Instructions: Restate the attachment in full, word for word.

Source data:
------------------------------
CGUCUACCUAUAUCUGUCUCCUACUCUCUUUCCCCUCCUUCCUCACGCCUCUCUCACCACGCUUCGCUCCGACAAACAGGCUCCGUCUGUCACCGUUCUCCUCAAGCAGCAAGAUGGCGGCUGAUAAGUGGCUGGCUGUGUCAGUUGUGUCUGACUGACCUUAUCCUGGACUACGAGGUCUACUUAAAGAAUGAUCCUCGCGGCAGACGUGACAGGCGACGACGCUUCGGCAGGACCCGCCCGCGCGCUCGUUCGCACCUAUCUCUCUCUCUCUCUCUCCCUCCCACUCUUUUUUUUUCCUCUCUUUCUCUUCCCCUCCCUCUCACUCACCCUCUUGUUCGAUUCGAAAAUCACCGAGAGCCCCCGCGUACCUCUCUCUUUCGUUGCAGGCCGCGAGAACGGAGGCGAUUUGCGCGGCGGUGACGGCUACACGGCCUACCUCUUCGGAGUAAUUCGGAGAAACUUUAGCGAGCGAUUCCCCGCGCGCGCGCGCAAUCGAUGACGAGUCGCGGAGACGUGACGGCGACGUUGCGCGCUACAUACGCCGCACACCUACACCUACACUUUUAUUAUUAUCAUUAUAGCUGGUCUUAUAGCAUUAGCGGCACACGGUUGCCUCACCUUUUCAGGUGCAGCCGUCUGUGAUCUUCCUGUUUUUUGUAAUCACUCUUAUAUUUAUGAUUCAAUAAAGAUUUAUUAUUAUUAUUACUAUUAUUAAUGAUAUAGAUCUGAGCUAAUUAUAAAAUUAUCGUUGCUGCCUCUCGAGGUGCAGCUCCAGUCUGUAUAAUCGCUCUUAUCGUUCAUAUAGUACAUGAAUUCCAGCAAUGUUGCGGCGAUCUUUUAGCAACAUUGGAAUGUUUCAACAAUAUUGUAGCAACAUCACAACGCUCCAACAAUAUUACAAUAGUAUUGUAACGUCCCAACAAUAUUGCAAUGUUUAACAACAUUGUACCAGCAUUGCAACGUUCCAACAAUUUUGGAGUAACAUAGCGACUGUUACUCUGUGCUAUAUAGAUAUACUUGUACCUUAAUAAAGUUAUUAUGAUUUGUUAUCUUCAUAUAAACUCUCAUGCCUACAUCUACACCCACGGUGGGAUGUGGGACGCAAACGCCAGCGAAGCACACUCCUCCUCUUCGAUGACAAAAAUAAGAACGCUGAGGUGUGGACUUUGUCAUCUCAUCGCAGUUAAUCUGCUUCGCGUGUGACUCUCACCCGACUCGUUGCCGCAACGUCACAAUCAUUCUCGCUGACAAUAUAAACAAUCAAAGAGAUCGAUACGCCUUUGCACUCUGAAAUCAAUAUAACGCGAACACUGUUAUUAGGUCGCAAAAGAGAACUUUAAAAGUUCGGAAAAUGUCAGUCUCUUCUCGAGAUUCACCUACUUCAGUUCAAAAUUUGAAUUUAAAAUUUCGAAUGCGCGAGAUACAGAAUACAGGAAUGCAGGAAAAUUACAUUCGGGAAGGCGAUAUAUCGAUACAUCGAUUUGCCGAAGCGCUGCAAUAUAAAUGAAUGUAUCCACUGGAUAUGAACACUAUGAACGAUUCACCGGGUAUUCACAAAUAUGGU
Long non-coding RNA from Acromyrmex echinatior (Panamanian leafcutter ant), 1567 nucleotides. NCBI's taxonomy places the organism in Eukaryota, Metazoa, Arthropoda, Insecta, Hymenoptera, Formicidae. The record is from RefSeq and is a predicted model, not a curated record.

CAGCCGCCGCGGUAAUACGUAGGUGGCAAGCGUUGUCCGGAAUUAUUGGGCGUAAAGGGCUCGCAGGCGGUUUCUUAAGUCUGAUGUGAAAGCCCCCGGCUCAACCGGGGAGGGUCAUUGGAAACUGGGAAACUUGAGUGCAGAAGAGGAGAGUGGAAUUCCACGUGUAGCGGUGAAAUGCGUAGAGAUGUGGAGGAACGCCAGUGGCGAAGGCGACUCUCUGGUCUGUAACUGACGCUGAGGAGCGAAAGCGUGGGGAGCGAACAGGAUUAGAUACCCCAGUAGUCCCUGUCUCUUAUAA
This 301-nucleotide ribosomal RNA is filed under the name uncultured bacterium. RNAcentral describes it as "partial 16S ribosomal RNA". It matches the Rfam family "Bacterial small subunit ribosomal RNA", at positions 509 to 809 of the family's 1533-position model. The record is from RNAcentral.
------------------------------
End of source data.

CGUCUACCUAUAUCUGUCUCCUACUCUCUUUCCCCUCCUUCCUCACGCCUCUCUCACCACGCUUCGCUCCGACAAACAGGCUCCGUCUGUCACCGUUCUCCUCAAGCAGCAAGAUGGCGGCUGAUAAGUGGCUGGCUGUGUCAGUUGUGUCUGACUGACCUUAUCCUGGACUACGAGGUCUACUUAAAGAAUGAUCCUCGCGGCAGACGUGACAGGCGACGACGCUUCGGCAGGACCCGCCCGCGCGCUCGUUCGCACCUAUCUCUCUCUCUCUCUCUCCCUCCCACUCUUUUUUUUUCCUCUCUUUCUCUUCCCCUCCCUCUCACUCACCCUCUUGUUCGAUUCGAAAAUCACCGAGAGCCCCCGCGUACCUCUCUCUUUCGUUGCAGGCCGCGAGAACGGAGGCGAUUUGCGCGGCGGUGACGGCUACACGGCCUACCUCUUCGGAGUAAUUCGGAGAAACUUUAGCGAGCGAUUCCCCGCGCGCGCGCGCAAUCGAUGACGAGUCGCGGAGACGUGACGGCGACGUUGCGCGCUACAUACGCCGCACACCUACACCUACACUUUUAUUAUUAUCAUUAUAGCUGGUCUUAUAGCAUUAGCGGCACACGGUUGCCUCACCUUUUCAGGUGCAGCCGUCUGUGAUCUUCCUGUUUUUUGUAAUCACUCUUAUAUUUAUGAUUCAAUAAAGAUUUAUUAUUAUUAUUACUAUUAUUAAUGAUAUAGAUCUGAGCUAAUUAUAAAAUUAUCGUUGCUGCCUCUCGAGGUGCAGCUCCAGUCUGUAUAAUCGCUCUUAUCGUUCAUAUAGUACAUGAAUUCCAGCAAUGUUGCGGCGAUCUUUUAGCAACAUUGGAAUGUUUCAACAAUAUUGUAGCAACAUCACAACGCUCCAACAAUAUUACAAUAGUAUUGUAACGUCCCAACAAUAUUGCAAUGUUUAACAACAUUGUACCAGCAUUGCAACGUUCCAACAAUUUUGGAGUAACAUAGCGACUGUUACUCUGUGCUAUAUAGAUAUACUUGUACCUUAAUAAAGUUAUUAUGAUUUGUUAUCUUCAUAUAAACUCUCAUGCCUACAUCUACACCCACGGUGGGAUGUGGGACGCAAACGCCAGCGAAGCACACUCCUCCUCUUCGAUGACAAAAAUAAGAACGCUGAGGUGUGGACUUUGUCAUCUCAUCGCAGUUAAUCUGCUUCGCGUGUGACUCUCACCCGACUCGUUGCCGCAACGUCACAAUCAUUCUCGCUGACAAUAUAAACAAUCAAAGAGAUCGAUACGCCUUUGCACUCUGAAAUCAAUAUAACGCGAACACUGUUAUUAGGUCGCAAAAGAGAACUUUAAAAGUUCGGAAAAUGUCAGUCUCUUCUCGAGAUUCACCUACUUCAGUUCAAAAUUUGAAUUUAAAAUUUCGAAUGCGCGAGAUACAGAAUACAGGAAUGCAGGAAAAUUACAUUCGGGAAGGCGAUAUAUCGAUACAUCGAUUUGCCGAAGCGCUGCAAUAUAAAUGAAUGUAUCCACUGGAUAUGAACACUAUGAACGAUUCACCGGGUAUUCACAAAUAUGGU
Long non-coding RNA from Acromyrmex echinatior (Panamanian leafcutter ant), 1567 nucleotides. NCBI's taxonomy places the organism in Eukaryota, Metazoa, Arthropoda, Insecta, Hymenoptera, Formicidae. The record is from RefSeq and is a predicted model, not a curated record.

CAGCCGCCGCGGUAAUACGUAGGUGGCAAGCGUUGUCCGGAAUUAUUGGGCGUAAAGGGCUCGCAGGCGGUUUCUUAAGUCUGAUGUGAAAGCCCCCGGCUCAACCGGGGAGGGUCAUUGGAAACUGGGAAACUUGAGUGCAGAAGAGGAGAGUGGAAUUCCACGUGUAGCGGUGAAAUGCGUAGAGAUGUGGAGGAACGCCAGUGGCGAAGGCGACUCUCUGGUCUGUAACUGACGCUGAGGAGCGAAAGCGUGGGGAGCGAACAGGAUUAGAUACCCCAGUAGUCCCUGUCUCUUAUAA
This 301-nucleotide ribosomal RNA is filed under the name uncultured bacterium. RNAcentral describes it as "partial 16S ribosomal RNA". It matches the Rfam family "Bacterial small subunit ribosomal RNA", at positions 509 to 809 of the family's 1533-position model. The record is from RNAcentral.